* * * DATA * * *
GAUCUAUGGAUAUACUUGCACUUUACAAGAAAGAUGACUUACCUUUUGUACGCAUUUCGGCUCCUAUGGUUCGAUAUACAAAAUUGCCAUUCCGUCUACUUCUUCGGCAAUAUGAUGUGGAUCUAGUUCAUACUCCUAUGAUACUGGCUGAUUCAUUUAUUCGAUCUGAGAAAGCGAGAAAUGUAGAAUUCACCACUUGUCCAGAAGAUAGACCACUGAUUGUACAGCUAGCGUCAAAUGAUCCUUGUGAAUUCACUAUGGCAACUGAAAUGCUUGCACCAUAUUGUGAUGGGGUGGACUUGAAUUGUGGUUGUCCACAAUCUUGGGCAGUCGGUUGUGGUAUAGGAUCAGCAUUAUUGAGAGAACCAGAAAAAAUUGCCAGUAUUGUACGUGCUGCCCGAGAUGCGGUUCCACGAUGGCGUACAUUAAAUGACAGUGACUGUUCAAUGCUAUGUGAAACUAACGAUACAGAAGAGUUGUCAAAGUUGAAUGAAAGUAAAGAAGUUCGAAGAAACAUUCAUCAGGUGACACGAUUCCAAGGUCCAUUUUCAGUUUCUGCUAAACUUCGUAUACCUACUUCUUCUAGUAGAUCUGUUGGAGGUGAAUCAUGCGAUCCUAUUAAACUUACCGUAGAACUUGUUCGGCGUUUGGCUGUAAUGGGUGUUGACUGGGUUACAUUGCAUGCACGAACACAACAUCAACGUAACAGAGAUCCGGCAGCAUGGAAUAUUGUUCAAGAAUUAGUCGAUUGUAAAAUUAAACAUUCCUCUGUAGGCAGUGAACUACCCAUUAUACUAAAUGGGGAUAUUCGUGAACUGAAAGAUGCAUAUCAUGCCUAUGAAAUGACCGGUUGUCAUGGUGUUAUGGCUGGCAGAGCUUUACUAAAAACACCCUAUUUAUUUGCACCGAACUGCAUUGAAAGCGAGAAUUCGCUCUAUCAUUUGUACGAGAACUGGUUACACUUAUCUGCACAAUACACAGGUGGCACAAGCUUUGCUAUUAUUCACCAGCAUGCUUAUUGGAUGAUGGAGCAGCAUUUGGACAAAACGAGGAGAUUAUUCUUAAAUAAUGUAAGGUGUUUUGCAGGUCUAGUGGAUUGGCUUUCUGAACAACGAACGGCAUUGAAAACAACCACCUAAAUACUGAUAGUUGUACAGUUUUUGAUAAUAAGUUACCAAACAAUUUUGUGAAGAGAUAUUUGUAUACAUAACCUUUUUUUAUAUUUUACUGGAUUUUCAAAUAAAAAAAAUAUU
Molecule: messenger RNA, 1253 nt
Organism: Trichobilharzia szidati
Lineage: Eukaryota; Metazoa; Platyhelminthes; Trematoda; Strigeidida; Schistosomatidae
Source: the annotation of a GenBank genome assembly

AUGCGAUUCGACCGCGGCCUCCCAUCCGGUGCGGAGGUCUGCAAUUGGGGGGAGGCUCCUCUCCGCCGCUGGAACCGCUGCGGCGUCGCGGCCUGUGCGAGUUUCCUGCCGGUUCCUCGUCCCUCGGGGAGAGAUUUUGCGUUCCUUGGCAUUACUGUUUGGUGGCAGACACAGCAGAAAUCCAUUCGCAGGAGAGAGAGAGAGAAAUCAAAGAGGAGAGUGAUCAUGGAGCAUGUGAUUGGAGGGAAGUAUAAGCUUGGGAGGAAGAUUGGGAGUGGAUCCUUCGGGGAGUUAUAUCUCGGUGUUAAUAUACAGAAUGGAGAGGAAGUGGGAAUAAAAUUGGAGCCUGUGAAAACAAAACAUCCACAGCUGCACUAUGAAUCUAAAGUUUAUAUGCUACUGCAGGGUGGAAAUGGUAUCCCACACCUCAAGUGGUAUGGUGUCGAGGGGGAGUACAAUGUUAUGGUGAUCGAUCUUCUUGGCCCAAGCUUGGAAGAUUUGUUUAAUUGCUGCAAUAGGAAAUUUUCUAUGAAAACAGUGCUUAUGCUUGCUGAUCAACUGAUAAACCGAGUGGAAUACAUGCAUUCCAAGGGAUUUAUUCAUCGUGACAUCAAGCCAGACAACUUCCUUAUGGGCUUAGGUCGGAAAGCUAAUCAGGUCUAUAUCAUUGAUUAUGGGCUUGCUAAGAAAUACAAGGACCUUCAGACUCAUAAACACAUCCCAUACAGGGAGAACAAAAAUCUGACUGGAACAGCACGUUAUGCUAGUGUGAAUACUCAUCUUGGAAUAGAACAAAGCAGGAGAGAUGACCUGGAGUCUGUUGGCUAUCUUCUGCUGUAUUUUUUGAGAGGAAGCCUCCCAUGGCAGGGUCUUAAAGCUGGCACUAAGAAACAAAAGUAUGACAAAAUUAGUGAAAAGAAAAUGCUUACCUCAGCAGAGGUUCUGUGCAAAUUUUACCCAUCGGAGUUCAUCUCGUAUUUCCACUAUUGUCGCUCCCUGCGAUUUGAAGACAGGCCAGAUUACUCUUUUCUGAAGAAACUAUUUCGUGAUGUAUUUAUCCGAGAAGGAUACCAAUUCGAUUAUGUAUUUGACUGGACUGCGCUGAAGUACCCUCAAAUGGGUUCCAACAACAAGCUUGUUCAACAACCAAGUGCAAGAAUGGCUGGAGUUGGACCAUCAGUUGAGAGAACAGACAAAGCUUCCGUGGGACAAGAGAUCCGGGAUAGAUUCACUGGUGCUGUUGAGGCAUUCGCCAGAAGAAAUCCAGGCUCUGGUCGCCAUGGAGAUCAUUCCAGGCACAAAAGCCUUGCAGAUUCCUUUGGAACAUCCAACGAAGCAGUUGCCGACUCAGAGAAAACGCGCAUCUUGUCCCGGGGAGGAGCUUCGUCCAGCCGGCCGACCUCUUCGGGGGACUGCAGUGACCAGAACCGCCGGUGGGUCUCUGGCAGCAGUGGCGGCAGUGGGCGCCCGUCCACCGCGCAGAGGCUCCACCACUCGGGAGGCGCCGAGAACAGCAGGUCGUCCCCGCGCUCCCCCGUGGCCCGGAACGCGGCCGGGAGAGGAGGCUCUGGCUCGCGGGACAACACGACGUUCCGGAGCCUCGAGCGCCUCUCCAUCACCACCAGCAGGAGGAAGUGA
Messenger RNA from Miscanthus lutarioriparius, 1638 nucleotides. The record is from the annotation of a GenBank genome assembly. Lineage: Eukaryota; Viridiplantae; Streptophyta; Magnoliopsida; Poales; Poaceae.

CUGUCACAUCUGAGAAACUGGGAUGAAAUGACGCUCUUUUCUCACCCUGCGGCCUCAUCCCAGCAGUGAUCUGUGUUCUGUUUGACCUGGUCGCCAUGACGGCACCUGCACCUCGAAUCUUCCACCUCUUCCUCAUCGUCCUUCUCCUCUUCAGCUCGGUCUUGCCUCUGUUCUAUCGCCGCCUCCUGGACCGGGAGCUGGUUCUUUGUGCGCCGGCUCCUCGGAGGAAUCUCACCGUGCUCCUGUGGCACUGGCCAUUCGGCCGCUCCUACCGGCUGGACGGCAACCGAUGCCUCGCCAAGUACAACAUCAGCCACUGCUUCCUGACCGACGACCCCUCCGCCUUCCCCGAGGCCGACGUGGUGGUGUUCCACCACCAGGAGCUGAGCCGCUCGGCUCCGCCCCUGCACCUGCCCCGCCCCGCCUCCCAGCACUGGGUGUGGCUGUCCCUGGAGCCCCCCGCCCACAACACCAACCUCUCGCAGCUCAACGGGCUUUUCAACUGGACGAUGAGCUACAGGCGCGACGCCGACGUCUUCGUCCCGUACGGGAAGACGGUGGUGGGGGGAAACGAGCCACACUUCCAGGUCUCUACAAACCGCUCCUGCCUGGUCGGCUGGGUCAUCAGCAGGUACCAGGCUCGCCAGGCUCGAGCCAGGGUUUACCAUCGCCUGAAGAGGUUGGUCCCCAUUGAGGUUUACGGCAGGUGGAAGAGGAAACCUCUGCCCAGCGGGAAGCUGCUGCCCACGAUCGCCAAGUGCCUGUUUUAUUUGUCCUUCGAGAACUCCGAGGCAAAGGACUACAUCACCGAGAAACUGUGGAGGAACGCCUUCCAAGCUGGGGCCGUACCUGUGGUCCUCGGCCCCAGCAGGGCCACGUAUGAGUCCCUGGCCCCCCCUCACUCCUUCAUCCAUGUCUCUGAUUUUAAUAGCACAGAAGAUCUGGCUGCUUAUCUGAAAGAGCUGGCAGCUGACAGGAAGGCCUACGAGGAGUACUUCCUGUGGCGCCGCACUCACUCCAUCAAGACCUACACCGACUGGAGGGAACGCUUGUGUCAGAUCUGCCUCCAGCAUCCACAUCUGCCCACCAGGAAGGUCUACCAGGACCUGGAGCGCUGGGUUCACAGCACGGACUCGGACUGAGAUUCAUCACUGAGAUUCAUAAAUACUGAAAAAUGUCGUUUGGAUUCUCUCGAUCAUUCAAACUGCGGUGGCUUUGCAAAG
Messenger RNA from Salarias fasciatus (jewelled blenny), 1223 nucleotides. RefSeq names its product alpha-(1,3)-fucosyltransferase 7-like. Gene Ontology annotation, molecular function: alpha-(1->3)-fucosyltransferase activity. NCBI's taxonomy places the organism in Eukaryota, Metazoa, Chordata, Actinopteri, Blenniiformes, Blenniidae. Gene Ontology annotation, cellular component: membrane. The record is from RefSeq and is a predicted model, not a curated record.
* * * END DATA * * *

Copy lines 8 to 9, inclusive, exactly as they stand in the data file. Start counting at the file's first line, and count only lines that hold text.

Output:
CUGUCACAUCUGAGAAACUGGGAUGAAAUGACGCUCUUUUCUCACCCUGCGGCCUCAUCCCAGCAGUGAUCUGUGUUCUGUUUGACCUGGUCGCCAUGACGGCACCUGCACCUCGAAUCUUCCACCUCUUCCUCAUCGUCCUUCUCCUCUUCAGCUCGGUCUUGCCUCUGUUCUAUCGCCGCCUCCUGGACCGGGAGCUGGUUCUUUGUGCGCCGGCUCCUCGGAGGAAUCUCACCGUGCUCCUGUGGCACUGGCCAUUCGGCCGCUCCUACCGGCUGGACGGCAACCGAUGCCUCGCCAAGUACAACAUCAGCCACUGCUUCCUGACCGACGACCCCUCCGCCUUCCCCGAGGCCGACGUGGUGGUGUUCCACCACCAGGAGCUGAGCCGCUCGGCUCCGCCCCUGCACCUGCCCCGCCCCGCCUCCCAGCACUGGGUGUGGCUGUCCCUGGAGCCCCCCGCCCACAACACCAACCUCUCGCAGCUCAACGGGCUUUUCAACUGGACGAUGAGCUACAGGCGCGACGCCGACGUCUUCGUCCCGUACGGGAAGACGGUGGUGGGGGGAAACGAGCCACACUUCCAGGUCUCUACAAACCGCUCCUGCCUGGUCGGCUGGGUCAUCAGCAGGUACCAGGCUCGCCAGGCUCGAGCCAGGGUUUACCAUCGCCUGAAGAGGUUGGUCCCCAUUGAGGUUUACGGCAGGUGGAAGAGGAAACCUCUGCCCAGCGGGAAGCUGCUGCCCACGAUCGCCAAGUGCCUGUUUUAUUUGUCCUUCGAGAACUCCGAGGCAAAGGACUACAUCACCGAGAAACUGUGGAGGAACGCCUUCCAAGCUGGGGCCGUACCUGUGGUCCUCGGCCCCAGCAGGGCCACGUAUGAGUCCCUGGCCCCCCCUCACUCCUUCAUCCAUGUCUCUGAUUUUAAUAGCACAGAAGAUCUGGCUGCUUAUCUGAAAGAGCUGGCAGCUGACAGGAAGGCCUACGAGGAGUACUUCCUGUGGCGCCGCACUCACUCCAUCAAGACCUACACCGACUGGAGGGAACGCUUGUGUCAGAUCUGCCUCCAGCAUCCACAUCUGCCCACCAGGAAGGUCUACCAGGACCUGGAGCGCUGGGUUCACAGCACGGACUCGGACUGAGAUUCAUCACUGAGAUUCAUAAAUACUGAAAAAUGUCGUUUGGAUUCUCUCGAUCAUUCAAACUGCGGUGGCUUUGCAAAG
Messenger RNA from Salarias fasciatus (jewelled blenny), 1223 nucleotides. RefSeq names its product alpha-(1,3)-fucosyltransferase 7-like. Gene Ontology annotation, molecular function: alpha-(1->3)-fucosyltransferase activity. NCBI's taxonomy places the organism in Eukaryota, Metazoa, Chordata, Actinopteri, Blenniiformes, Blenniidae. Gene Ontology annotation, cellular component: membrane. The record is from RefSeq and is a predicted model, not a curated record.